INDIANAPOLIS -- The Indiana Pacers unveiled yet another weapon capable of carrying their scoring load.
Hill became the fourth player to at least tie for the team lead in scoring in a game this season. The point guard said he'd been holding back a bit while deferring to others, but his teammates told him to stop.
"My teammates just want me to be aggressive," he said. "They've been on me all week about, 'G, be aggressive, be yourself, score the ball.' That's what I've been doing since high school and college. I took that challenge."
George said Hill's performance is another example of what makes the Pacers so dangerous.
"On any given night, we've got different guys that can carry us offensively, and you don't see that," he said. "You don't see that across the league. You always have that one guy who stands out. But here, we have a team. And that's the great thing about us. We don't care who has the hot hand, we just make sure we keep feeding the hot hand. Everybody's going to get their opportunity."
Minnesota forward Kevin Love had 20 points and 17 rebounds, but he made just six of 20 field goals. Guard Kevin Martin scored 18 points and center Nikola Pekovic had 18 points and 11 rebounds for the Timberwolves (8-8), who got off to a fast start this season but now have lost four of five.
Martin said Minnesota's loss was more about the Pacers than the Timberwolves.
"They're a pretty good team, you know," Martin said. "They've got a big goal in mind, and they're doing what they need to attain that goal come June."
The Pacers got the best of the battle of wills. Indiana entered the game leading the league in scoring defense and field-goal percentage defense while the Timberwolves were third in scoring. Minnesota had season lows in points and field-goal percentage (.326).
Minnesota rallied and took the lead on free throws by Martin. George drove and was fouled, and the call drew a standing ovation from a frustrated home crowd that had seen a large disparity in foul calls and free-throw attempts in Minnesota's favor up to that point.
George made both free throws, then he got into the open court after a steal and threw down a wicked windmill dunk.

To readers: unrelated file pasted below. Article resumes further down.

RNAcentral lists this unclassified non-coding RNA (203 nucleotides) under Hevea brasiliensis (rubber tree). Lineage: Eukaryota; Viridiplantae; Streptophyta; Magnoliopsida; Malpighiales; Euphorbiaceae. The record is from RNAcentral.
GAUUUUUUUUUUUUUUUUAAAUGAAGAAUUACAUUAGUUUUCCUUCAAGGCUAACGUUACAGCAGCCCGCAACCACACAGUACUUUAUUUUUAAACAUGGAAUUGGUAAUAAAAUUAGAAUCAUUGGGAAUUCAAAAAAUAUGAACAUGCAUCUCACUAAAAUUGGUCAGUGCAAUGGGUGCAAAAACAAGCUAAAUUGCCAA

"He made a great play with a steal, then put the icing on the cake with the dunk," Hill said. "It gives us a little motivation. It gives us that motivation to go harder and stronger."
Shortly thereafter, George hit West with a behind-the-back pass for an assist and a 71-66 lead. The Pacers led 73-68 at the end of the period.
Minnesota went scoreless for the first 4 1/2 minutes of the fourth quarter, but when the Timberwolves finally scored, George answered with a 3-pointer. Center Ian Mahinmi followed with a three-point play to give Indiana an 85-70 lead and the Pacers cruised from there.
"That's what superstars do," Hill said of George's push. "He's on his way to being a superstar in this league. When times got tough, he made some big plays and put us on his back."
The Pacers said there's no chance of complacency setting in. Their success has left them nit-picking and searching for things to improve.
"We've got a lot of things to work on," Hill said. "We're not where we want to be. We still have a loss, so we're not perfect. We've been down a lot this season, so that shows we're not perfect again. I think we can get better offensively and defensively. I think we can share the ball a little better; we can move it, we can space the floor a little better."
NOTES: Minnesota F Robbie Hummel played college ball at nearby Purdue. He entered the game in the first quarter and drew cheers. ... Pacers F Danny Granger still hasn't played this season. He has a strained left calf, and the team is being cautious with him. ... The Pacers entered the day as the only team in the league holding opponents under 40 percent shooting. ... Indiana coach Frank Vogel was issued a technical foul in the second quarter for arguing with officials following what he considered a flop by Timberwolves F Dante Cunningham.